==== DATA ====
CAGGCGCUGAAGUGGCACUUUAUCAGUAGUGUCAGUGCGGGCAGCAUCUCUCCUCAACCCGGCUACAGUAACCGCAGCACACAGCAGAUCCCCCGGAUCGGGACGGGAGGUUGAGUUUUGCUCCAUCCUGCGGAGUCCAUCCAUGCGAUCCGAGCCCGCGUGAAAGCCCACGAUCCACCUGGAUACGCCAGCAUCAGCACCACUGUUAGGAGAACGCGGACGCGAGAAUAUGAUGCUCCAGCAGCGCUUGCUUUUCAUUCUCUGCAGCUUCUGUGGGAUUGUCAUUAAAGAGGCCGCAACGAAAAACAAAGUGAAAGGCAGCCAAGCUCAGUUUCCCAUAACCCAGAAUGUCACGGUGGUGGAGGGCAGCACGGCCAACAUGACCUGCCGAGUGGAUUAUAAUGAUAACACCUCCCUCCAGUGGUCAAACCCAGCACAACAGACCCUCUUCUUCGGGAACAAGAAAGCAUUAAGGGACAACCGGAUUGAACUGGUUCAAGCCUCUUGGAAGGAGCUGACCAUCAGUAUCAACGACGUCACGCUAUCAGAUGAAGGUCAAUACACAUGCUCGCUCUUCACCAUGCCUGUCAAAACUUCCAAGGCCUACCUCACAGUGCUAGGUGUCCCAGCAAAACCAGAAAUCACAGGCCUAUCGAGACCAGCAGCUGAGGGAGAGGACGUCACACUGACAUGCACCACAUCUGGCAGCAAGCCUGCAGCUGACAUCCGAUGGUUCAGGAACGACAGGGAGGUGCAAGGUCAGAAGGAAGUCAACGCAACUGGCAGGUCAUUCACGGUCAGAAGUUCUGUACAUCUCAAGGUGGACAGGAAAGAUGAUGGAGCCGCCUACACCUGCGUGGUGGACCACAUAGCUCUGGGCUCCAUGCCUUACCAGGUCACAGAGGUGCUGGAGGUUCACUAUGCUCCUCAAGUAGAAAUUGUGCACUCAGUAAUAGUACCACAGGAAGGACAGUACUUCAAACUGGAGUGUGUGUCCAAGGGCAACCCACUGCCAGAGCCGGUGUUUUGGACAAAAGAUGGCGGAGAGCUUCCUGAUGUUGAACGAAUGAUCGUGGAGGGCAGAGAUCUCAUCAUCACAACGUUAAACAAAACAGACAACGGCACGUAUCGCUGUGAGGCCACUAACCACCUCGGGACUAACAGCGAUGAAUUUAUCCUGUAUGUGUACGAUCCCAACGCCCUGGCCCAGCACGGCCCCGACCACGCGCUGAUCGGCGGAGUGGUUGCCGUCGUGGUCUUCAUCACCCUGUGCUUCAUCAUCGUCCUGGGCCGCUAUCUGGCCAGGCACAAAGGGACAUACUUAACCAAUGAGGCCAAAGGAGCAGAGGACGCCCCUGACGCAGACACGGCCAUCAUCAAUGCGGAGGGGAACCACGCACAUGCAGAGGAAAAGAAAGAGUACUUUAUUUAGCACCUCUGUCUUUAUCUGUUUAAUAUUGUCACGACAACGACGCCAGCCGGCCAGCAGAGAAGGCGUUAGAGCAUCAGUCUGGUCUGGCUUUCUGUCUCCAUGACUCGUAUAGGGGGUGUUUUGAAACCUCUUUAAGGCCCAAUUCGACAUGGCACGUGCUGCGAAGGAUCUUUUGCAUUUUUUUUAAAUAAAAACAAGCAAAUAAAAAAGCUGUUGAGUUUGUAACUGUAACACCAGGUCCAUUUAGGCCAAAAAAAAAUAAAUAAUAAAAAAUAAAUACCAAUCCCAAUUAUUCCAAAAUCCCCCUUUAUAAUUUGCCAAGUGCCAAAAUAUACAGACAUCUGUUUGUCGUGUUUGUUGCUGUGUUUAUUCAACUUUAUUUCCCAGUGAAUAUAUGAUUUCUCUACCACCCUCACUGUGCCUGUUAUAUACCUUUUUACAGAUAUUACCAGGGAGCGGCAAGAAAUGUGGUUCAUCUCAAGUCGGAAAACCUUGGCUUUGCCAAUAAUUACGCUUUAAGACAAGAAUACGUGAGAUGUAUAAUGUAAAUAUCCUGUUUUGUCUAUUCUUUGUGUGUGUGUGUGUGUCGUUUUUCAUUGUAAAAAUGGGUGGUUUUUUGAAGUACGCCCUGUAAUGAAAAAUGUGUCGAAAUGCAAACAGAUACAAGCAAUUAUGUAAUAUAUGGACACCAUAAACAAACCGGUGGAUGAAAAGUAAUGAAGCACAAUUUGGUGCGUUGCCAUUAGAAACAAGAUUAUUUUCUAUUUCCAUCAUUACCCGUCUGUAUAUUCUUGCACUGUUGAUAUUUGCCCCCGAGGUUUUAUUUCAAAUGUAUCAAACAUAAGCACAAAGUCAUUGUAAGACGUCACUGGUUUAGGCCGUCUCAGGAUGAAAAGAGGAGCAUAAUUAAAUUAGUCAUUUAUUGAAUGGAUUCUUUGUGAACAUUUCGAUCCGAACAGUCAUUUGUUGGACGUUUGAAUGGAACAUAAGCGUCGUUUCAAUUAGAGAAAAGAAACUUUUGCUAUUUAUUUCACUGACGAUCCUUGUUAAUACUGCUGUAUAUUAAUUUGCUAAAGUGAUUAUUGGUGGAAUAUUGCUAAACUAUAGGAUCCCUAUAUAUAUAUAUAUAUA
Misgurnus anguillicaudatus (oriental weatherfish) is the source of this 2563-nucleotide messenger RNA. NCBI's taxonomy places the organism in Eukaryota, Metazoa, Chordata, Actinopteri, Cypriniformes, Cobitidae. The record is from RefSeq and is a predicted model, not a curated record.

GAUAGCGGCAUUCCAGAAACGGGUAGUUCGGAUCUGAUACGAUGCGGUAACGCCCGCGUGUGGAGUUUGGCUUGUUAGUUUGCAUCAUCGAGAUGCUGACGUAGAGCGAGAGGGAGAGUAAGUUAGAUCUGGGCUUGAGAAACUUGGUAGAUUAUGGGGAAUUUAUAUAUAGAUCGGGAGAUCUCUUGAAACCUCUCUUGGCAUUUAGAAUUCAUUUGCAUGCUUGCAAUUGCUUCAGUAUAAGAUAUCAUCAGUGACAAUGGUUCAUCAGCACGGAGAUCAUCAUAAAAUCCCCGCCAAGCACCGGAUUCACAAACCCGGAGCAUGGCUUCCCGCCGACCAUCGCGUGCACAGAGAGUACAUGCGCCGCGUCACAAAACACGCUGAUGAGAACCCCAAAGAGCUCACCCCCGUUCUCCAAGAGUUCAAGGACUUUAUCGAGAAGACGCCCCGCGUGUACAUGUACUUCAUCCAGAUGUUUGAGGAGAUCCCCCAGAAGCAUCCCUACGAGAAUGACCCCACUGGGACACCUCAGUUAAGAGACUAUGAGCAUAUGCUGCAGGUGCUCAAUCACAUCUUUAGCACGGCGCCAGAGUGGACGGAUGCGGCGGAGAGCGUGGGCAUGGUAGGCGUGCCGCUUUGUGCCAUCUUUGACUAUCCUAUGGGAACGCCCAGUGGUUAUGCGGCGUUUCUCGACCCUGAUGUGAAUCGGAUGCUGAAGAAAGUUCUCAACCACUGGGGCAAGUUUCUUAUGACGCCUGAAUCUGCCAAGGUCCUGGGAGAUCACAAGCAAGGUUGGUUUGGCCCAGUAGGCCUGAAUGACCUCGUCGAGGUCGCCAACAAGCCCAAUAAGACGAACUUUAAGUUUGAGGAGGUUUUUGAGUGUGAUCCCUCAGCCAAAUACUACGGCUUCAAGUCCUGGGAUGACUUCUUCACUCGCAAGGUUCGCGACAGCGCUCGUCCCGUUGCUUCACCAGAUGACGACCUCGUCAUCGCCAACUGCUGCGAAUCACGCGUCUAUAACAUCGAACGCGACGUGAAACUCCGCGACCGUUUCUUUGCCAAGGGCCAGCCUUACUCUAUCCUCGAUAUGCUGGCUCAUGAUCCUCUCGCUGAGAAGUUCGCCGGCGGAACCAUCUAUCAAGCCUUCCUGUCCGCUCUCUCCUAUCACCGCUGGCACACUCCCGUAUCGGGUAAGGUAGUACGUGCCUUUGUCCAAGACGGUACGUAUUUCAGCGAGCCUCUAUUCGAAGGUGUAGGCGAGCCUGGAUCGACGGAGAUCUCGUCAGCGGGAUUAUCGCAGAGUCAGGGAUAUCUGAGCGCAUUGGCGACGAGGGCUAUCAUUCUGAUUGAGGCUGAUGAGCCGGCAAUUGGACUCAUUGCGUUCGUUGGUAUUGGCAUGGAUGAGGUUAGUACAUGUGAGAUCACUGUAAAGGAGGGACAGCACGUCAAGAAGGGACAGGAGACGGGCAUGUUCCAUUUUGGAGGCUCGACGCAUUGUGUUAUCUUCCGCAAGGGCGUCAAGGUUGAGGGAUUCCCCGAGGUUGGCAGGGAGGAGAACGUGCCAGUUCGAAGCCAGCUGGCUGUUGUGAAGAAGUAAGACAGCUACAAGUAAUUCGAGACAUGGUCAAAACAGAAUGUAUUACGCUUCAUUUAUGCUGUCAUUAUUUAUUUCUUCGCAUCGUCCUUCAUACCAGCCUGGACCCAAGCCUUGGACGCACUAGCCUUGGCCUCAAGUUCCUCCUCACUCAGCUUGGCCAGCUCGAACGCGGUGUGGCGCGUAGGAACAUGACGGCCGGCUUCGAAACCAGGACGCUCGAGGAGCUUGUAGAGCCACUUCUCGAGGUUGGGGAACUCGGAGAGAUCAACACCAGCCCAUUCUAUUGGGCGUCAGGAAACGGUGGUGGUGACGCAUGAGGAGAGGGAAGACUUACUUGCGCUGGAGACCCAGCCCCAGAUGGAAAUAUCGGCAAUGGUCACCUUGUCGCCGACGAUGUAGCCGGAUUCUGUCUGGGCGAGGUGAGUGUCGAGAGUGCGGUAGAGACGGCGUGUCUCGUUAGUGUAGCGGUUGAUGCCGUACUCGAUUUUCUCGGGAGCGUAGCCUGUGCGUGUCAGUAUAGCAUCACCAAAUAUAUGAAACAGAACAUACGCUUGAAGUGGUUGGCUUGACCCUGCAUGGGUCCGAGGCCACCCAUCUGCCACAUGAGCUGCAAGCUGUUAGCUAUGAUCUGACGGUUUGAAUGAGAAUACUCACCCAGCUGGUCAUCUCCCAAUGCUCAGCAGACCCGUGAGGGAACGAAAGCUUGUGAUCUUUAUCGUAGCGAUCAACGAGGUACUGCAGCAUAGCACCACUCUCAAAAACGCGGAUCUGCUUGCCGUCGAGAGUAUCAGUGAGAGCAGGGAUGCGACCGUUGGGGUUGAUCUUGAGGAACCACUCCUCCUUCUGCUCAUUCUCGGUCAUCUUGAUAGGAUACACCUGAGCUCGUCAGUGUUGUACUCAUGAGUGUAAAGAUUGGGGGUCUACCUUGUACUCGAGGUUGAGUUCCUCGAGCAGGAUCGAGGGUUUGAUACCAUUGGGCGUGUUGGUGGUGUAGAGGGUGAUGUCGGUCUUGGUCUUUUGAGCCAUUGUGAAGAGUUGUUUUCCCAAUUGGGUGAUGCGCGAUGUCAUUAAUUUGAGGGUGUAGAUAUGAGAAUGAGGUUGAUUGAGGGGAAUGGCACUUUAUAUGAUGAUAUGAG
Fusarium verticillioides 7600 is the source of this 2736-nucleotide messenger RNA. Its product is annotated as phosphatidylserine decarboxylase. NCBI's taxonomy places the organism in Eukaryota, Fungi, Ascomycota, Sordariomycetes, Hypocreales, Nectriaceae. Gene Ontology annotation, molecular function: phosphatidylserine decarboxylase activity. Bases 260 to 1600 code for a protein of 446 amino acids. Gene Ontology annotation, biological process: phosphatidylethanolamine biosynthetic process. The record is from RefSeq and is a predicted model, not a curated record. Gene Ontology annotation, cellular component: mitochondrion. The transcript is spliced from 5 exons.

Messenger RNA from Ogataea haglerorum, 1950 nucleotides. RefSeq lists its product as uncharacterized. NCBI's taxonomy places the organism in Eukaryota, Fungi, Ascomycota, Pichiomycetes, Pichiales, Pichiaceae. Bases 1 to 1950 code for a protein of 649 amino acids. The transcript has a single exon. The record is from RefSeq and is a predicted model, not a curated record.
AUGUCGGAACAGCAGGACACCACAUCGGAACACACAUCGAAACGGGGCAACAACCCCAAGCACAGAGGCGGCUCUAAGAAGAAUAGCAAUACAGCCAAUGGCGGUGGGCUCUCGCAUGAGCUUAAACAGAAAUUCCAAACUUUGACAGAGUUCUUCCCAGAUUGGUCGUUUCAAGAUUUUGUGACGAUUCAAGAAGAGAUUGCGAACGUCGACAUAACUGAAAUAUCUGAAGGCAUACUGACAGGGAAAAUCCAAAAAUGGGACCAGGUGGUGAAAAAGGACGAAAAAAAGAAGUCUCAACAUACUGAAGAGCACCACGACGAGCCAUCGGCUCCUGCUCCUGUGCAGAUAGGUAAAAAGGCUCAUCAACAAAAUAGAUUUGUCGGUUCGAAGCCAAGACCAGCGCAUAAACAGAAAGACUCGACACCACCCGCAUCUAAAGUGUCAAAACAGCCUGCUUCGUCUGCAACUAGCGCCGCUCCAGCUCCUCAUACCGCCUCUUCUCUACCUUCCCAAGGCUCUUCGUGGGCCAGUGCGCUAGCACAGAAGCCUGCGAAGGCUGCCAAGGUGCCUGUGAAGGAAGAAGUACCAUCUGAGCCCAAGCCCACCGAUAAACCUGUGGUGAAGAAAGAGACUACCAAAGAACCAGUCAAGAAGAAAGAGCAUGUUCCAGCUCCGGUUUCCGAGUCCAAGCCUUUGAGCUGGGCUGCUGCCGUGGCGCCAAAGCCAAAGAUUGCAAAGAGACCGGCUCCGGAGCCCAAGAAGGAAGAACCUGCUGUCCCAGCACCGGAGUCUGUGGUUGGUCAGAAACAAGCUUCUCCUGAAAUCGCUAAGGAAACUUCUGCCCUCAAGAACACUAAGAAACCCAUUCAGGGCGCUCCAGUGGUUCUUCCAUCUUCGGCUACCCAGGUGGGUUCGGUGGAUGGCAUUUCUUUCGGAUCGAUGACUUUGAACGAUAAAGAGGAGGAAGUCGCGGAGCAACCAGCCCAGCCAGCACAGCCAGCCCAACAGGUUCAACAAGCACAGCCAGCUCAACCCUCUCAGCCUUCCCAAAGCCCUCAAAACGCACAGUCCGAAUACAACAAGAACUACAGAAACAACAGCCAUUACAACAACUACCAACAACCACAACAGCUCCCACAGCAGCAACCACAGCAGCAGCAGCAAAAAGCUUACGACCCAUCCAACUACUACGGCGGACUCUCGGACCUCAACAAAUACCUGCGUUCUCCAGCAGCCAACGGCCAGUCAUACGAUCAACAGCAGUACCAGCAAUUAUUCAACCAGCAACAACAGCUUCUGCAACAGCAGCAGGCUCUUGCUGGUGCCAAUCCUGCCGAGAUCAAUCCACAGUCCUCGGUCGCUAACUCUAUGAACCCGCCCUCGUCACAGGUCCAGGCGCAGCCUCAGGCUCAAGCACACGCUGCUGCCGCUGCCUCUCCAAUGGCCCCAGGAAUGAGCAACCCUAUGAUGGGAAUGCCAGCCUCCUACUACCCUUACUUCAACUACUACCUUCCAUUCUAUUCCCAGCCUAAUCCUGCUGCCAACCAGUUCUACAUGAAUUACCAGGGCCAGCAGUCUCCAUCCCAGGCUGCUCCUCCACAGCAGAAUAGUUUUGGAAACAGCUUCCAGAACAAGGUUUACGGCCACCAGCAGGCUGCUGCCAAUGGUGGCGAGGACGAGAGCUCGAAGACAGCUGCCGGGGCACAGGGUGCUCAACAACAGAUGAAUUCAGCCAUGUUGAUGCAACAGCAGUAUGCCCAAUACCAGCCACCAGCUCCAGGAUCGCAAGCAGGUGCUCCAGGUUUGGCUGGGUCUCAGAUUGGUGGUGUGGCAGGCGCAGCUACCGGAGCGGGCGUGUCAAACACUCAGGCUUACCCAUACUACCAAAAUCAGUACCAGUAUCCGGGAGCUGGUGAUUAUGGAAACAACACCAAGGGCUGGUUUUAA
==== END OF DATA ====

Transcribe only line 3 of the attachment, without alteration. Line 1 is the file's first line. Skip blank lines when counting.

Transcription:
GAUAGCGGCAUUCCAGAAACGGGUAGUUCGGAUCUGAUACGAUGCGGUAACGCCCGCGUGUGGAGUUUGGCUUGUUAGUUUGCAUCAUCGAGAUGCUGACGUAGAGCGAGAGGGAGAGUAAGUUAGAUCUGGGCUUGAGAAACUUGGUAGAUUAUGGGGAAUUUAUAUAUAGAUCGGGAGAUCUCUUGAAACCUCUCUUGGCAUUUAGAAUUCAUUUGCAUGCUUGCAAUUGCUUCAGUAUAAGAUAUCAUCAGUGACAAUGGUUCAUCAGCACGGAGAUCAUCAUAAAAUCCCCGCCAAGCACCGGAUUCACAAACCCGGAGCAUGGCUUCCCGCCGACCAUCGCGUGCACAGAGAGUACAUGCGCCGCGUCACAAAACACGCUGAUGAGAACCCCAAAGAGCUCACCCCCGUUCUCCAAGAGUUCAAGGACUUUAUCGAGAAGACGCCCCGCGUGUACAUGUACUUCAUCCAGAUGUUUGAGGAGAUCCCCCAGAAGCAUCCCUACGAGAAUGACCCCACUGGGACACCUCAGUUAAGAGACUAUGAGCAUAUGCUGCAGGUGCUCAAUCACAUCUUUAGCACGGCGCCAGAGUGGACGGAUGCGGCGGAGAGCGUGGGCAUGGUAGGCGUGCCGCUUUGUGCCAUCUUUGACUAUCCUAUGGGAACGCCCAGUGGUUAUGCGGCGUUUCUCGACCCUGAUGUGAAUCGGAUGCUGAAGAAAGUUCUCAACCACUGGGGCAAGUUUCUUAUGACGCCUGAAUCUGCCAAGGUCCUGGGAGAUCACAAGCAAGGUUGGUUUGGCCCAGUAGGCCUGAAUGACCUCGUCGAGGUCGCCAACAAGCCCAAUAAGACGAACUUUAAGUUUGAGGAGGUUUUUGAGUGUGAUCCCUCAGCCAAAUACUACGGCUUCAAGUCCUGGGAUGACUUCUUCACUCGCAAGGUUCGCGACAGCGCUCGUCCCGUUGCUUCACCAGAUGACGACCUCGUCAUCGCCAACUGCUGCGAAUCACGCGUCUAUAACAUCGAACGCGACGUGAAACUCCGCGACCGUUUCUUUGCCAAGGGCCAGCCUUACUCUAUCCUCGAUAUGCUGGCUCAUGAUCCUCUCGCUGAGAAGUUCGCCGGCGGAACCAUCUAUCAAGCCUUCCUGUCCGCUCUCUCCUAUCACCGCUGGCACACUCCCGUAUCGGGUAAGGUAGUACGUGCCUUUGUCCAAGACGGUACGUAUUUCAGCGAGCCUCUAUUCGAAGGUGUAGGCGAGCCUGGAUCGACGGAGAUCUCGUCAGCGGGAUUAUCGCAGAGUCAGGGAUAUCUGAGCGCAUUGGCGACGAGGGCUAUCAUUCUGAUUGAGGCUGAUGAGCCGGCAAUUGGACUCAUUGCGUUCGUUGGUAUUGGCAUGGAUGAGGUUAGUACAUGUGAGAUCACUGUAAAGGAGGGACAGCACGUCAAGAAGGGACAGGAGACGGGCAUGUUCCAUUUUGGAGGCUCGACGCAUUGUGUUAUCUUCCGCAAGGGCGUCAAGGUUGAGGGAUUCCCCGAGGUUGGCAGGGAGGAGAACGUGCCAGUUCGAAGCCAGCUGGCUGUUGUGAAGAAGUAAGACAGCUACAAGUAAUUCGAGACAUGGUCAAAACAGAAUGUAUUACGCUUCAUUUAUGCUGUCAUUAUUUAUUUCUUCGCAUCGUCCUUCAUACCAGCCUGGACCCAAGCCUUGGACGCACUAGCCUUGGCCUCAAGUUCCUCCUCACUCAGCUUGGCCAGCUCGAACGCGGUGUGGCGCGUAGGAACAUGACGGCCGGCUUCGAAACCAGGACGCUCGAGGAGCUUGUAGAGCCACUUCUCGAGGUUGGGGAACUCGGAGAGAUCAACACCAGCCCAUUCUAUUGGGCGUCAGGAAACGGUGGUGGUGACGCAUGAGGAGAGGGAAGACUUACUUGCGCUGGAGACCCAGCCCCAGAUGGAAAUAUCGGCAAUGGUCACCUUGUCGCCGACGAUGUAGCCGGAUUCUGUCUGGGCGAGGUGAGUGUCGAGAGUGCGGUAGAGACGGCGUGUCUCGUUAGUGUAGCGGUUGAUGCCGUACUCGAUUUUCUCGGGAGCGUAGCCUGUGCGUGUCAGUAUAGCAUCACCAAAUAUAUGAAACAGAACAUACGCUUGAAGUGGUUGGCUUGACCCUGCAUGGGUCCGAGGCCACCCAUCUGCCACAUGAGCUGCAAGCUGUUAGCUAUGAUCUGACGGUUUGAAUGAGAAUACUCACCCAGCUGGUCAUCUCCCAAUGCUCAGCAGACCCGUGAGGGAACGAAAGCUUGUGAUCUUUAUCGUAGCGAUCAACGAGGUACUGCAGCAUAGCACCACUCUCAAAAACGCGGAUCUGCUUGCCGUCGAGAGUAUCAGUGAGAGCAGGGAUGCGACCGUUGGGGUUGAUCUUGAGGAACCACUCCUCCUUCUGCUCAUUCUCGGUCAUCUUGAUAGGAUACACCUGAGCUCGUCAGUGUUGUACUCAUGAGUGUAAAGAUUGGGGGUCUACCUUGUACUCGAGGUUGAGUUCCUCGAGCAGGAUCGAGGGUUUGAUACCAUUGGGCGUGUUGGUGGUGUAGAGGGUGAUGUCGGUCUUGGUCUUUUGAGCCAUUGUGAAGAGUUGUUUUCCCAAUUGGGUGAUGCGCGAUGUCAUUAAUUUGAGGGUGUAGAUAUGAGAAUGAGGUUGAUUGAGGGGAAUGGCACUUUAUAUGAUGAUAUGAG